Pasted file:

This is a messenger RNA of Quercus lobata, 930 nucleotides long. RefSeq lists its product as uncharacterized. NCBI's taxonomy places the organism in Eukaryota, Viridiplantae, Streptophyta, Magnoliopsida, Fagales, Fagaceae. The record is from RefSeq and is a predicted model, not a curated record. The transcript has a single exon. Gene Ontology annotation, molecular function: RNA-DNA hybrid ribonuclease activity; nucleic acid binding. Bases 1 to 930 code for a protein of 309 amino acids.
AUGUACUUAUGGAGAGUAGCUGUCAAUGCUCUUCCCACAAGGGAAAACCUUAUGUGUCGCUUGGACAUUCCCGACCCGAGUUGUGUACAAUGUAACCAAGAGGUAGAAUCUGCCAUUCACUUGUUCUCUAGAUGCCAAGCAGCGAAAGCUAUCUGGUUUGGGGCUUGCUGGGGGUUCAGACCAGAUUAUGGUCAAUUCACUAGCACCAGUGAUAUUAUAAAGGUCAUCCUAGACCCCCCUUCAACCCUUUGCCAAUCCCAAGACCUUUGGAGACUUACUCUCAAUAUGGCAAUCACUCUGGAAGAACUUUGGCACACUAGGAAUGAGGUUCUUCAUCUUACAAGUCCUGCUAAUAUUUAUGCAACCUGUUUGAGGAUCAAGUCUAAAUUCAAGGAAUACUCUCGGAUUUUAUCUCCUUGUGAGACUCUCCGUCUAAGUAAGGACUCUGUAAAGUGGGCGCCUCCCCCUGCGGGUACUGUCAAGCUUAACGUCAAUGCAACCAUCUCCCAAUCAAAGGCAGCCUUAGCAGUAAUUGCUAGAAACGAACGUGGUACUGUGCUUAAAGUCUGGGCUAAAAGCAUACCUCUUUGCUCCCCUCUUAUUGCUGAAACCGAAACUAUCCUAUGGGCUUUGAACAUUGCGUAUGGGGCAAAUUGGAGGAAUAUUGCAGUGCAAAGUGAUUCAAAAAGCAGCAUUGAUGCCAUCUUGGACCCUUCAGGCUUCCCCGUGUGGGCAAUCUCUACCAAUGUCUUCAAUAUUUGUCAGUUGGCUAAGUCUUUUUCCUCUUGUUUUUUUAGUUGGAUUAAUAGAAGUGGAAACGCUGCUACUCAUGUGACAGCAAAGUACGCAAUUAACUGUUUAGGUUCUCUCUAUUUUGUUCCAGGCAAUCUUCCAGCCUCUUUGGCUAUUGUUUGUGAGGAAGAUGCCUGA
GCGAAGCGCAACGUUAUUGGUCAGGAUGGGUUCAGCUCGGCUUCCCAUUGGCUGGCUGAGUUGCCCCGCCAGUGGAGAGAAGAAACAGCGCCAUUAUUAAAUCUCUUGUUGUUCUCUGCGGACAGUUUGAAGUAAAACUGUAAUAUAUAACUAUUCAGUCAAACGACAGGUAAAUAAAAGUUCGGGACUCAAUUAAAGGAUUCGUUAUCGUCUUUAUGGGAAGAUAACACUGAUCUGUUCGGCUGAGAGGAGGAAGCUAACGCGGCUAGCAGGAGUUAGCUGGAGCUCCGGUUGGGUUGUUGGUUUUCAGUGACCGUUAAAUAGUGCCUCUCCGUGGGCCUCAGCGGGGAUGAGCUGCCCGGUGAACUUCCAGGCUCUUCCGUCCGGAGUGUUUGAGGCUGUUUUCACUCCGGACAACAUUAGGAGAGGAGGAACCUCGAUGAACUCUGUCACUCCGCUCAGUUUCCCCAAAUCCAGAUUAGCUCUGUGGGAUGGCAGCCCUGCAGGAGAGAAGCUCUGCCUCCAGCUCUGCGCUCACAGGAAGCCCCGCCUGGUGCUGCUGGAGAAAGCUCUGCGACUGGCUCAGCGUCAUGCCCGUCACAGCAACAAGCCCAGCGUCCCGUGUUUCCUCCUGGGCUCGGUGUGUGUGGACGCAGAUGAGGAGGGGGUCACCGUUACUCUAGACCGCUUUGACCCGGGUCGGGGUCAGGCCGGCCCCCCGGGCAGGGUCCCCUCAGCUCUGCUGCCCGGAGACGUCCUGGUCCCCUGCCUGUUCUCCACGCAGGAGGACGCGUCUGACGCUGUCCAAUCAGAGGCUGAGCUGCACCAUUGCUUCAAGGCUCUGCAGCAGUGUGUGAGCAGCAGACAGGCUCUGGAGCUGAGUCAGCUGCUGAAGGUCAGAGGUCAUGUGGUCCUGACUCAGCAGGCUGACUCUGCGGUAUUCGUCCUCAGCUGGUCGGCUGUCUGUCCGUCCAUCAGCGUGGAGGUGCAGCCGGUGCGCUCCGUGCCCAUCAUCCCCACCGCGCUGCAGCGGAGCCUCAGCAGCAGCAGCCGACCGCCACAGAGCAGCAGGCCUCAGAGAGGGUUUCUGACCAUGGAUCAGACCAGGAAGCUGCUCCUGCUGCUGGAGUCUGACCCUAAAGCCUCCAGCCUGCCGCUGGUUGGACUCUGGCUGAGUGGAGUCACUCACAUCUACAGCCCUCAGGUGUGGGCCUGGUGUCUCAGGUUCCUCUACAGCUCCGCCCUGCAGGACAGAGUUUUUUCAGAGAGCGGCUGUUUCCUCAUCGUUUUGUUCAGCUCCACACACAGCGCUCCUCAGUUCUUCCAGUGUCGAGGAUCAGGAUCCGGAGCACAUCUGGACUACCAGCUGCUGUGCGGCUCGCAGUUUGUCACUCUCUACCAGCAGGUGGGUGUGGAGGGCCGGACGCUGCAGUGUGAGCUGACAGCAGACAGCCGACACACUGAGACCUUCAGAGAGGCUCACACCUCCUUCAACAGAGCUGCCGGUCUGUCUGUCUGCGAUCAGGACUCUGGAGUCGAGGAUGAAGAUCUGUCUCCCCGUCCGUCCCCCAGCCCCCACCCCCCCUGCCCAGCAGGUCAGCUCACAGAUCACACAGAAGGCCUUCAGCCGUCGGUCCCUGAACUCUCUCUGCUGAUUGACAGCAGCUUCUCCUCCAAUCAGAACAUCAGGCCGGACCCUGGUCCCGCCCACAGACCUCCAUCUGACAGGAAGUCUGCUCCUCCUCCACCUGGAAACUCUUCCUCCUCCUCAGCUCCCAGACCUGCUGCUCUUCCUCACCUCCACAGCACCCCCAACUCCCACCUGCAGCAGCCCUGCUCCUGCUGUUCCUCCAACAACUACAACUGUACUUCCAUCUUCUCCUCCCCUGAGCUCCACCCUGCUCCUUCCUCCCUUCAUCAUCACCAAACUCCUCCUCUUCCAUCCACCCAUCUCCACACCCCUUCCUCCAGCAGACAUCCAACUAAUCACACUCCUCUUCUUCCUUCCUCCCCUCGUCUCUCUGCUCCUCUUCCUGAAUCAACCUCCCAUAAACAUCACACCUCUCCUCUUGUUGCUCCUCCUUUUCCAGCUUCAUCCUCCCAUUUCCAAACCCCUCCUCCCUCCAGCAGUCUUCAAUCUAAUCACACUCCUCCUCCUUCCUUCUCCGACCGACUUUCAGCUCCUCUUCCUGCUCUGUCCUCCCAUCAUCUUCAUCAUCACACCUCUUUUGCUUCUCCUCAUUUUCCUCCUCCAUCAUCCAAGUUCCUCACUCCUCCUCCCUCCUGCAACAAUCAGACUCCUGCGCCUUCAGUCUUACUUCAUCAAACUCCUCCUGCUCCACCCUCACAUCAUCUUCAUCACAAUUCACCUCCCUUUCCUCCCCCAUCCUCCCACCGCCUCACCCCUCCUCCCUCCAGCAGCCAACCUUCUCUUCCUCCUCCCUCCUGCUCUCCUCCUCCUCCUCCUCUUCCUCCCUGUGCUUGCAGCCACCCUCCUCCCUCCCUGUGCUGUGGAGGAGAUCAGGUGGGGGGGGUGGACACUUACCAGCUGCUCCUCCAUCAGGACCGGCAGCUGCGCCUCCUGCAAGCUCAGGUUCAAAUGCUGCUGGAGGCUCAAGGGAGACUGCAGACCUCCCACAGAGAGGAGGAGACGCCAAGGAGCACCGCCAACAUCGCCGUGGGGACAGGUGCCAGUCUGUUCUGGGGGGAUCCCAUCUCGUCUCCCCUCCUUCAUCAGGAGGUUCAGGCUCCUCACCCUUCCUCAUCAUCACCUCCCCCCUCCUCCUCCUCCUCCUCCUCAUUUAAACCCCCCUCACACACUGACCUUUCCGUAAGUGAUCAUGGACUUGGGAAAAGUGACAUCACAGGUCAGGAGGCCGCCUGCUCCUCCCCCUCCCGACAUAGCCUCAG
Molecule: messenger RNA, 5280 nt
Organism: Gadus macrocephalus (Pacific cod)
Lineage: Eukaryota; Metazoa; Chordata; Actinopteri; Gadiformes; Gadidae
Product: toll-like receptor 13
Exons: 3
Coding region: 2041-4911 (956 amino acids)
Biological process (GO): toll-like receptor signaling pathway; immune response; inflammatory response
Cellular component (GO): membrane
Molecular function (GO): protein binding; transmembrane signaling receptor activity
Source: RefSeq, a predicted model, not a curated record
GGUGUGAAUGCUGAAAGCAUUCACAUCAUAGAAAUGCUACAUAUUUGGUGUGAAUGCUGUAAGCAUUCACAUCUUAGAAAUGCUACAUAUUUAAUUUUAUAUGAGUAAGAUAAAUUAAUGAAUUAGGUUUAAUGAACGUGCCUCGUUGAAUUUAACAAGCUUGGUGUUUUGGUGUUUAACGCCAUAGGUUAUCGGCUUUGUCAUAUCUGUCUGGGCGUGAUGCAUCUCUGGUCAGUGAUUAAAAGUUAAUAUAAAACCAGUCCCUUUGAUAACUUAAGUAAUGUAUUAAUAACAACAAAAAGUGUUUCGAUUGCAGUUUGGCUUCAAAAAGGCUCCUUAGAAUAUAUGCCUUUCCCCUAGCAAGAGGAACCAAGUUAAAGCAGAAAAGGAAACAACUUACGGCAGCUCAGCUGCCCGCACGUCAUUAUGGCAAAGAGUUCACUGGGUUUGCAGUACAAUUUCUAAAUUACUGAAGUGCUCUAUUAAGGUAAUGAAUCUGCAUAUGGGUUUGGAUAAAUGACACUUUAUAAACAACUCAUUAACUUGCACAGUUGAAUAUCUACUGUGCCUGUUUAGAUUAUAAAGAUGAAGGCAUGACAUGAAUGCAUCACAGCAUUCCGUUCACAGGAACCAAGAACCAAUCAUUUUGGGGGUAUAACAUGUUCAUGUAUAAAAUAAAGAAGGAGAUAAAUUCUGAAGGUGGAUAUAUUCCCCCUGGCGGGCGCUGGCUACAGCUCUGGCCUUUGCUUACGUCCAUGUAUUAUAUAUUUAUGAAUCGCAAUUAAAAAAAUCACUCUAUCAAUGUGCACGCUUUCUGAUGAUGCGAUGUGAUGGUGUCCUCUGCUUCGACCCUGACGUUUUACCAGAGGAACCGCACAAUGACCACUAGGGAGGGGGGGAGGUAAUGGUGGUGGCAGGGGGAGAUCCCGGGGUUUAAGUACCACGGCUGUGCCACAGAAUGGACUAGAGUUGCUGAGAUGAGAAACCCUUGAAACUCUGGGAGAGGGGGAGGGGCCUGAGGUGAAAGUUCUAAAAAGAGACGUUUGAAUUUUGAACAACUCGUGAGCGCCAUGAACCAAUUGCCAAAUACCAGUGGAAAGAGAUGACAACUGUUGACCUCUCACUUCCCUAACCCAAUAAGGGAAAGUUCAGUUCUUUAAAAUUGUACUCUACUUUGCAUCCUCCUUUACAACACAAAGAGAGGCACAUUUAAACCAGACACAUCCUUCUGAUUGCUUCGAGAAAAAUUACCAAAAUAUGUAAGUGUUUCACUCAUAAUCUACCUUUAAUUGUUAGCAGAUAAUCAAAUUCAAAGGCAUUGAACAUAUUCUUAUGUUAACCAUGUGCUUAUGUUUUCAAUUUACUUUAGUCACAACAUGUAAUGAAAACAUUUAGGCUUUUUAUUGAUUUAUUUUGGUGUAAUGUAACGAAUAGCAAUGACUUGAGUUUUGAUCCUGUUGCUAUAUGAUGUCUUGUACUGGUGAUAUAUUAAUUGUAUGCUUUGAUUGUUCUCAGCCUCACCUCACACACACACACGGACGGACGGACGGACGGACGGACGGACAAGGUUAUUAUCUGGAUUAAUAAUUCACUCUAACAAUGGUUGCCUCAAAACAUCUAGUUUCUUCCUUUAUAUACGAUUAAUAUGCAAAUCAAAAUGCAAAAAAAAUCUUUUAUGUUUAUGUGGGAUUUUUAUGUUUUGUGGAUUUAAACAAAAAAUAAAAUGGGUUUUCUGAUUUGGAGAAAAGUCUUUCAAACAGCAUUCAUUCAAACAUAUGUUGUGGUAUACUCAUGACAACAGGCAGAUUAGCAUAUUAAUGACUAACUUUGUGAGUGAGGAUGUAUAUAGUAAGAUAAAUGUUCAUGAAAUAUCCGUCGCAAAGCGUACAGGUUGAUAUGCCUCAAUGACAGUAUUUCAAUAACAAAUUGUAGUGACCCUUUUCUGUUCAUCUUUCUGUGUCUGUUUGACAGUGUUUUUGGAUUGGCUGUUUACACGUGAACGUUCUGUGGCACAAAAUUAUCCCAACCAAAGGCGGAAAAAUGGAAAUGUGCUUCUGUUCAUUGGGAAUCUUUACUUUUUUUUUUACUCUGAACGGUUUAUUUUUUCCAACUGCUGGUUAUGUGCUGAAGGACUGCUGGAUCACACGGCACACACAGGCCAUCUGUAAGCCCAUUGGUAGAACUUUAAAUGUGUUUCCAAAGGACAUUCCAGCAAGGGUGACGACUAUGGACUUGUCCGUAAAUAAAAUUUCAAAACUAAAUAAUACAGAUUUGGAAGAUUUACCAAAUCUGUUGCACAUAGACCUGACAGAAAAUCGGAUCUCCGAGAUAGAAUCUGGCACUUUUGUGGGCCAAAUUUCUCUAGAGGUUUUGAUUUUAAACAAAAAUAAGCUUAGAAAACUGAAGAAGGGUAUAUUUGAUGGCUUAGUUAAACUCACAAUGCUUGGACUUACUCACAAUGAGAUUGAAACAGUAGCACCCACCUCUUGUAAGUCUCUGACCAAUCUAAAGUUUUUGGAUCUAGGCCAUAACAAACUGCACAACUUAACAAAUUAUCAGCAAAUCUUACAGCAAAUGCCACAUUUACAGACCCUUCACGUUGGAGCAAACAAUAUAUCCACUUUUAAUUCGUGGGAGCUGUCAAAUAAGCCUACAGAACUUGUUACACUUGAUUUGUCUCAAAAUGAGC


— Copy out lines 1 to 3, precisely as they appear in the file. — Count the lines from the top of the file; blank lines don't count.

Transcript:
This is a messenger RNA of Quercus lobata, 930 nucleotides long. RefSeq lists its product as uncharacterized. NCBI's taxonomy places the organism in Eukaryota, Viridiplantae, Streptophyta, Magnoliopsida, Fagales, Fagaceae. The record is from RefSeq and is a predicted model, not a curated record. The transcript has a single exon. Gene Ontology annotation, molecular function: RNA-DNA hybrid ribonuclease activity; nucleic acid binding. Bases 1 to 930 code for a protein of 309 amino acids.
AUGUACUUAUGGAGAGUAGCUGUCAAUGCUCUUCCCACAAGGGAAAACCUUAUGUGUCGCUUGGACAUUCCCGACCCGAGUUGUGUACAAUGUAACCAAGAGGUAGAAUCUGCCAUUCACUUGUUCUCUAGAUGCCAAGCAGCGAAAGCUAUCUGGUUUGGGGCUUGCUGGGGGUUCAGACCAGAUUAUGGUCAAUUCACUAGCACCAGUGAUAUUAUAAAGGUCAUCCUAGACCCCCCUUCAACCCUUUGCCAAUCCCAAGACCUUUGGAGACUUACUCUCAAUAUGGCAAUCACUCUGGAAGAACUUUGGCACACUAGGAAUGAGGUUCUUCAUCUUACAAGUCCUGCUAAUAUUUAUGCAACCUGUUUGAGGAUCAAGUCUAAAUUCAAGGAAUACUCUCGGAUUUUAUCUCCUUGUGAGACUCUCCGUCUAAGUAAGGACUCUGUAAAGUGGGCGCCUCCCCCUGCGGGUACUGUCAAGCUUAACGUCAAUGCAACCAUCUCCCAAUCAAAGGCAGCCUUAGCAGUAAUUGCUAGAAACGAACGUGGUACUGUGCUUAAAGUCUGGGCUAAAAGCAUACCUCUUUGCUCCCCUCUUAUUGCUGAAACCGAAACUAUCCUAUGGGCUUUGAACAUUGCGUAUGGGGCAAAUUGGAGGAAUAUUGCAGUGCAAAGUGAUUCAAAAAGCAGCAUUGAUGCCAUCUUGGACCCUUCAGGCUUCCCCGUGUGGGCAAUCUCUACCAAUGUCUUCAAUAUUUGUCAGUUGGCUAAGUCUUUUUCCUCUUGUUUUUUUAGUUGGAUUAAUAGAAGUGGAAACGCUGCUACUCAUGUGACAGCAAAGUACGCAAUUAACUGUUUAGGUUCUCUCUAUUUUGUUCCAGGCAAUCUUCCAGCCUCUUUGGCUAUUGUUUGUGAGGAAGAUGCCUGA
GCGAAGCGCAACGUUAUUGGUCAGGAUGGGUUCAGCUCGGCUUCCCAUUGGCUGGCUGAGUUGCCCCGCCAGUGGAGAGAAGAAACAGCGCCAUUAUUAAAUCUCUUGUUGUUCUCUGCGGACAGUUUGAAGUAAAACUGUAAUAUAUAACUAUUCAGUCAAACGACAGGUAAAUAAAAGUUCGGGACUCAAUUAAAGGAUUCGUUAUCGUCUUUAUGGGAAGAUAACACUGAUCUGUUCGGCUGAGAGGAGGAAGCUAACGCGGCUAGCAGGAGUUAGCUGGAGCUCCGGUUGGGUUGUUGGUUUUCAGUGACCGUUAAAUAGUGCCUCUCCGUGGGCCUCAGCGGGGAUGAGCUGCCCGGUGAACUUCCAGGCUCUUCCGUCCGGAGUGUUUGAGGCUGUUUUCACUCCGGACAACAUUAGGAGAGGAGGAACCUCGAUGAACUCUGUCACUCCGCUCAGUUUCCCCAAAUCCAGAUUAGCUCUGUGGGAUGGCAGCCCUGCAGGAGAGAAGCUCUGCCUCCAGCUCUGCGCUCACAGGAAGCCCCGCCUGGUGCUGCUGGAGAAAGCUCUGCGACUGGCUCAGCGUCAUGCCCGUCACAGCAACAAGCCCAGCGUCCCGUGUUUCCUCCUGGGCUCGGUGUGUGUGGACGCAGAUGAGGAGGGGGUCACCGUUACUCUAGACCGCUUUGACCCGGGUCGGGGUCAGGCCGGCCCCCCGGGCAGGGUCCCCUCAGCUCUGCUGCCCGGAGACGUCCUGGUCCCCUGCCUGUUCUCCACGCAGGAGGACGCGUCUGACGCUGUCCAAUCAGAGGCUGAGCUGCACCAUUGCUUCAAGGCUCUGCAGCAGUGUGUGAGCAGCAGACAGGCUCUGGAGCUGAGUCAGCUGCUGAAGGUCAGAGGUCAUGUGGUCCUGACUCAGCAGGCUGACUCUGCGGUAUUCGUCCUCAGCUGGUCGGCUGUCUGUCCGUCCAUCAGCGUGGAGGUGCAGCCGGUGCGCUCCGUGCCCAUCAUCCCCACCGCGCUGCAGCGGAGCCUCAGCAGCAGCAGCCGACCGCCACAGAGCAGCAGGCCUCAGAGAGGGUUUCUGACCAUGGAUCAGACCAGGAAGCUGCUCCUGCUGCUGGAGUCUGACCCUAAAGCCUCCAGCCUGCCGCUGGUUGGACUCUGGCUGAGUGGAGUCACUCACAUCUACAGCCCUCAGGUGUGGGCCUGGUGUCUCAGGUUCCUCUACAGCUCCGCCCUGCAGGACAGAGUUUUUUCAGAGAGCGGCUGUUUCCUCAUCGUUUUGUUCAGCUCCACACACAGCGCUCCUCAGUUCUUCCAGUGUCGAGGAUCAGGAUCCGGAGCACAUCUGGACUACCAGCUGCUGUGCGGCUCGCAGUUUGUCACUCUCUACCAGCAGGUGGGUGUGGAGGGCCGGACGCUGCAGUGUGAGCUGACAGCAGACAGCCGACACACUGAGACCUUCAGAGAGGCUCACACCUCCUUCAACAGAGCUGCCGGUCUGUCUGUCUGCGAUCAGGACUCUGGAGUCGAGGAUGAAGAUCUGUCUCCCCGUCCGUCCCCCAGCCCCCACCCCCCCUGCCCAGCAGGUCAGCUCACAGAUCACACAGAAGGCCUUCAGCCGUCGGUCCCUGAACUCUCUCUGCUGAUUGACAGCAGCUUCUCCUCCAAUCAGAACAUCAGGCCGGACCCUGGUCCCGCCCACAGACCUCCAUCUGACAGGAAGUCUGCUCCUCCUCCACCUGGAAACUCUUCCUCCUCCUCAGCUCCCAGACCUGCUGCUCUUCCUCACCUCCACAGCACCCCCAACUCCCACCUGCAGCAGCCCUGCUCCUGCUGUUCCUCCAACAACUACAACUGUACUUCCAUCUUCUCCUCCCCUGAGCUCCACCCUGCUCCUUCCUCCCUUCAUCAUCACCAAACUCCUCCUCUUCCAUCCACCCAUCUCCACACCCCUUCCUCCAGCAGACAUCCAACUAAUCACACUCCUCUUCUUCCUUCCUCCCCUCGUCUCUCUGCUCCUCUUCCUGAAUCAACCUCCCAUAAACAUCACACCUCUCCUCUUGUUGCUCCUCCUUUUCCAGCUUCAUCCUCCCAUUUCCAAACCCCUCCUCCCUCCAGCAGUCUUCAAUCUAAUCACACUCCUCCUCCUUCCUUCUCCGACCGACUUUCAGCUCCUCUUCCUGCUCUGUCCUCCCAUCAUCUUCAUCAUCACACCUCUUUUGCUUCUCCUCAUUUUCCUCCUCCAUCAUCCAAGUUCCUCACUCCUCCUCCCUCCUGCAACAAUCAGACUCCUGCGCCUUCAGUCUUACUUCAUCAAACUCCUCCUGCUCCACCCUCACAUCAUCUUCAUCACAAUUCACCUCCCUUUCCUCCCCCAUCCUCCCACCGCCUCACCCCUCCUCCCUCCAGCAGCCAACCUUCUCUUCCUCCUCCCUCCUGCUCUCCUCCUCCUCCUCCUCUUCCUCCCUGUGCUUGCAGCCACCCUCCUCCCUCCCUGUGCUGUGGAGGAGAUCAGGUGGGGGGGGUGGACACUUACCAGCUGCUCCUCCAUCAGGACCGGCAGCUGCGCCUCCUGCAAGCUCAGGUUCAAAUGCUGCUGGAGGCUCAAGGGAGACUGCAGACCUCCCACAGAGAGGAGGAGACGCCAAGGAGCACCGCCAACAUCGCCGUGGGGACAGGUGCCAGUCUGUUCUGGGGGGAUCCCAUCUCGUCUCCCCUCCUUCAUCAGGAGGUUCAGGCUCCUCACCCUUCCUCAUCAUCACCUCCCCCCUCCUCCUCCUCCUCCUCCUCAUUUAAACCCCCCUCACACACUGACCUUUCCGUAAGUGAUCAUGGACUUGGGAAAAGUGACAUCACAGGUCAGGAGGCCGCCUGCUCCUCCCCCUCCCGACAUAGCCUCAG